Frankly ... it should have been done since the foam will provide insulation as well seal air infiltration. The air seal is important ... not only for comfort ... but ... the fact this room is over the garage where carbon monoxide from car exhaust can make it's way into that space.

    My next issue is I have cold air coming in through a return air vent on 3rd floor (attic space behind vent) and it moves down the stairs to the 2nd floor and into my daughters bedroom. I also have cold air coming in through an air supply vent in my master bedroom sitting area. This vent is in one of the kneewalls. Is this normal?
    No... it's not normal.

    There's either openings in the ducting allowing the cold air from the attic spaces to enter .... or ... they hadn't sealed the opening around the duct grill and the wall.

    Are the furnaces located in the attic space?

    Lastly I have a forced air zoned (1 for each of the three floors in my home) furnace system. Regardless of which furnace turns on at least for the 1st and 2nd floors there is a whistling sound the entire time it is on, but once the thermostat clicks to turn it off (there's a few seconds before it actually goes off) the noise stops. Could this be ductwork, gas pressure issue. I can hear the whistling noise perhaps in several of the walls but it may be an echo going on throughout the ductwork. Any ideas?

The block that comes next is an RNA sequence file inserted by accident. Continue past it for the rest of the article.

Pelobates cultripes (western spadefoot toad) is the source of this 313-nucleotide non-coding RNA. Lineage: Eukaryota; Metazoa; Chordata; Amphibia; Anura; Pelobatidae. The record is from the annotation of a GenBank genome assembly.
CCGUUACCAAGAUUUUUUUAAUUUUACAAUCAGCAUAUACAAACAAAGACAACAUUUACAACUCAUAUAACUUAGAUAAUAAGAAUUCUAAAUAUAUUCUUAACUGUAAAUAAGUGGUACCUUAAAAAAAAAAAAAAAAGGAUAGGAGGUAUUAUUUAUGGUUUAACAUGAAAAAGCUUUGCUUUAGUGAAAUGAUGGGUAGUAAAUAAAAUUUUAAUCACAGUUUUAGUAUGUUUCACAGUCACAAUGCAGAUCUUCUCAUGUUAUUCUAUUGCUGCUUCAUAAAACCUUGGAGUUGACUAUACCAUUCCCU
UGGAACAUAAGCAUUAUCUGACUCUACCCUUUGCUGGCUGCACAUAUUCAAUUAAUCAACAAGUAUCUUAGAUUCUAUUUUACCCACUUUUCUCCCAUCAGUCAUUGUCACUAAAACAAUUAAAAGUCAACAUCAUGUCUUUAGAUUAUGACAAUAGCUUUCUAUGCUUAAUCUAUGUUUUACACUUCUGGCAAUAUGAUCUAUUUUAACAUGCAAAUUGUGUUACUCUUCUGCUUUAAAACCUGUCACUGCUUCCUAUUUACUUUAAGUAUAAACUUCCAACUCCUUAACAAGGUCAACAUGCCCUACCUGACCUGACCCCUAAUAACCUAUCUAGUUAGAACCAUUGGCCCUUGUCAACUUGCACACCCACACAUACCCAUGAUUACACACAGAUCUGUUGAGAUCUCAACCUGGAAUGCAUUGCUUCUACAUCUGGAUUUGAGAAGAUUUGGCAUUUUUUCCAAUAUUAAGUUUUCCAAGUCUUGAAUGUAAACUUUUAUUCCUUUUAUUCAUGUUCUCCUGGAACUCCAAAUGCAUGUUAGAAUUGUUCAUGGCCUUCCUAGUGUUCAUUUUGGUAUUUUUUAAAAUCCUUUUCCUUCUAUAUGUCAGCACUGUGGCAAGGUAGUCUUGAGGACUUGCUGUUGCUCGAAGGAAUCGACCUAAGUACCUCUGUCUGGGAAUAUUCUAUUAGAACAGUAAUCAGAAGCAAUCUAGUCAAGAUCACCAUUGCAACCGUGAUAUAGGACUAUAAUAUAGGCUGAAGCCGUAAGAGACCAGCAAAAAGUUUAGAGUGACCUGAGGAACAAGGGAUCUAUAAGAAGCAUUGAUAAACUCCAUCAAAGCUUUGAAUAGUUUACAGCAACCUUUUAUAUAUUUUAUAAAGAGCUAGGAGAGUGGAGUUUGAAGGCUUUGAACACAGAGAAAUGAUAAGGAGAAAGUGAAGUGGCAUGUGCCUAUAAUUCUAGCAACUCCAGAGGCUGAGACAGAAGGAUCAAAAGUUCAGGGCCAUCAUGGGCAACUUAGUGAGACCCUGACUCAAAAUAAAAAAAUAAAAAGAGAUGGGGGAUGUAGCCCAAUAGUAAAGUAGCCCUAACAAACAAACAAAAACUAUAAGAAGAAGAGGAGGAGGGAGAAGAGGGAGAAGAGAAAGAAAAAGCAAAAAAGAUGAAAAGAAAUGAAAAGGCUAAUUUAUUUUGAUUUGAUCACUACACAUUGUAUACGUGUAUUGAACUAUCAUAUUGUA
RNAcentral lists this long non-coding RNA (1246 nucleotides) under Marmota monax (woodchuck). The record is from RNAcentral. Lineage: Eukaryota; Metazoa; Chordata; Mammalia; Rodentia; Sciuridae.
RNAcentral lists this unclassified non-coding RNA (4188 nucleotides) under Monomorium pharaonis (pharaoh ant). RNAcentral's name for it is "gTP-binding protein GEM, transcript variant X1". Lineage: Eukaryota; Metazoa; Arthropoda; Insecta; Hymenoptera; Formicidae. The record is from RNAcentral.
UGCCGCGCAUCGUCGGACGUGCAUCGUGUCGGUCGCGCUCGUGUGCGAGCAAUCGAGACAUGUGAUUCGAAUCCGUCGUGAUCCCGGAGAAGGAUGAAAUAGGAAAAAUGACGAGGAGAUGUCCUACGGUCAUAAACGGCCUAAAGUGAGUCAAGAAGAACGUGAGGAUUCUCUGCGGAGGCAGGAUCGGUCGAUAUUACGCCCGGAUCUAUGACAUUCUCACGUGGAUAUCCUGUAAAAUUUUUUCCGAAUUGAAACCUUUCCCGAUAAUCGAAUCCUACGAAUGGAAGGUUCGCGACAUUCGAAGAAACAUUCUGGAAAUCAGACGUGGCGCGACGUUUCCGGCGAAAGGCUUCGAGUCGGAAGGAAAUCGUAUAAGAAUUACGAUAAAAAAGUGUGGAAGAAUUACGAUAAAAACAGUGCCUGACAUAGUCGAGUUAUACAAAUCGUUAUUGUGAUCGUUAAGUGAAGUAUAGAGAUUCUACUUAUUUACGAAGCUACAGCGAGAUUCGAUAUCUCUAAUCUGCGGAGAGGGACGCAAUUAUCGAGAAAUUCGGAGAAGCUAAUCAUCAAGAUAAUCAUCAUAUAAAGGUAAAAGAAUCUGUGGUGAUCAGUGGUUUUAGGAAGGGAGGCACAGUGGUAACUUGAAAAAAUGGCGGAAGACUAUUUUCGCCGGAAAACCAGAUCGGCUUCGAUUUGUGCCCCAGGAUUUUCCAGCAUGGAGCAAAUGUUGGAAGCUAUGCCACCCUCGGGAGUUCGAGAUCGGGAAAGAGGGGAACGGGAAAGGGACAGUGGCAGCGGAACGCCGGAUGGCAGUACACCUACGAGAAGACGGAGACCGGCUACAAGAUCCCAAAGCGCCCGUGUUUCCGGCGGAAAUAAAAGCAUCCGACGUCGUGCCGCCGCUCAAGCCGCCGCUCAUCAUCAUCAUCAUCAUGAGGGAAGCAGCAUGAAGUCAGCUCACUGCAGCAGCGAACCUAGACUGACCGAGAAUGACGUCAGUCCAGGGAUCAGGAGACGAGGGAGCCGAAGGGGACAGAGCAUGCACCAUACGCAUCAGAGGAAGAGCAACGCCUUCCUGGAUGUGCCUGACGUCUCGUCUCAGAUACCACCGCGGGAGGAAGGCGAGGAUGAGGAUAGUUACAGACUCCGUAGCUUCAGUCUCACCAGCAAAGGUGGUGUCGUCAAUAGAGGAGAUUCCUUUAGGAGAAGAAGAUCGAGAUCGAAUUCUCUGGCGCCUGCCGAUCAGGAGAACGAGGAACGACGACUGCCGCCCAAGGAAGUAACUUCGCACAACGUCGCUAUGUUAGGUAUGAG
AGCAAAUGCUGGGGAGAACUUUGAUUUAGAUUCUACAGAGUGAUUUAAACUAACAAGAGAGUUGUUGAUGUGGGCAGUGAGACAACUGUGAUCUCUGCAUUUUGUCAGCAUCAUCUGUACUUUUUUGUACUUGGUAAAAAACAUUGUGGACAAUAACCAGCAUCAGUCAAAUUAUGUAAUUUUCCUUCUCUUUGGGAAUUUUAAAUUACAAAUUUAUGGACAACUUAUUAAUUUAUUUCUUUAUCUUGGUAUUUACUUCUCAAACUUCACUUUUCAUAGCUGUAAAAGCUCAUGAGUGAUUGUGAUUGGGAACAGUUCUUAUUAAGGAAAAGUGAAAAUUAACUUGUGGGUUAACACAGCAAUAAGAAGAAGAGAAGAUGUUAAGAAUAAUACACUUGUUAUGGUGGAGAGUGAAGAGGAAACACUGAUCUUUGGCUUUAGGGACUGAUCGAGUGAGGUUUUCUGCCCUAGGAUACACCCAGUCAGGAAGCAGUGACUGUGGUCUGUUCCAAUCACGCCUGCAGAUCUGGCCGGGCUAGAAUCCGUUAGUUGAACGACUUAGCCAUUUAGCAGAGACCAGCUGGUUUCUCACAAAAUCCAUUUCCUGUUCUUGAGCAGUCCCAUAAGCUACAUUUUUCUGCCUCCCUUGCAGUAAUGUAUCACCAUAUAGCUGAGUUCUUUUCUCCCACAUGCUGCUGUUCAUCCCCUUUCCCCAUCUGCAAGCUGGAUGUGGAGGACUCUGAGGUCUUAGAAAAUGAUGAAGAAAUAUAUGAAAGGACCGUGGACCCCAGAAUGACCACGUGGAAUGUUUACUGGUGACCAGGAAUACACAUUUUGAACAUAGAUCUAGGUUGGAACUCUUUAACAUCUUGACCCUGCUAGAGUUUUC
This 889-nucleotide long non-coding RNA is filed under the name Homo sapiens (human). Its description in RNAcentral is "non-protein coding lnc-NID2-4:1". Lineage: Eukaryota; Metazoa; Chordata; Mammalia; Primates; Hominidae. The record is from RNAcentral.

It's unclear as to the design of the zone system .... though what you describe seems to be velocity noise ..... whether it's from damper openings or undersized ducting or leaking ducting is hard to say for sure

    Also I have read about negative pressure in rooms without return air vents and to open doors to help the room heat better. What is this all about?
    Ideally there should be air returns in each room ( with exception of bathrooms and kitchens ) to assist with circulating the conditioned air. However ... without an air return the supply duct will be pushing air into that room and pressurizing the space. This is positive pressure which can eventually restrict the amount of air being delivered by the supply ducts into that room because there is no relief.

    In a balanced system there should be a return duct drawing an amount slightly less the amount of air being delivered by the supply duct .... this not only relieves the pressure but also helps circulate the air. The return vents should be located at floor level ( for heating ) to draw cooler air from the lower area of the room which also creates air turbulance helping to draw the warm air down.


    Sounds as though there has to be some rework to the insulation , air sealing and heating system .
    Considering this home is only 2 years old ... I would be all over the builder or warranty insurers ... like a tick to a hound to correct these issues.


    Hopefully this helps.
    "" an ounce of perception -- a pound of obscure "
    - Rush

  3. #3
    Join Date
    Nov 2008
    Posts
    2

    Post Re: Have several issues- need advice

    Thanks Canuk,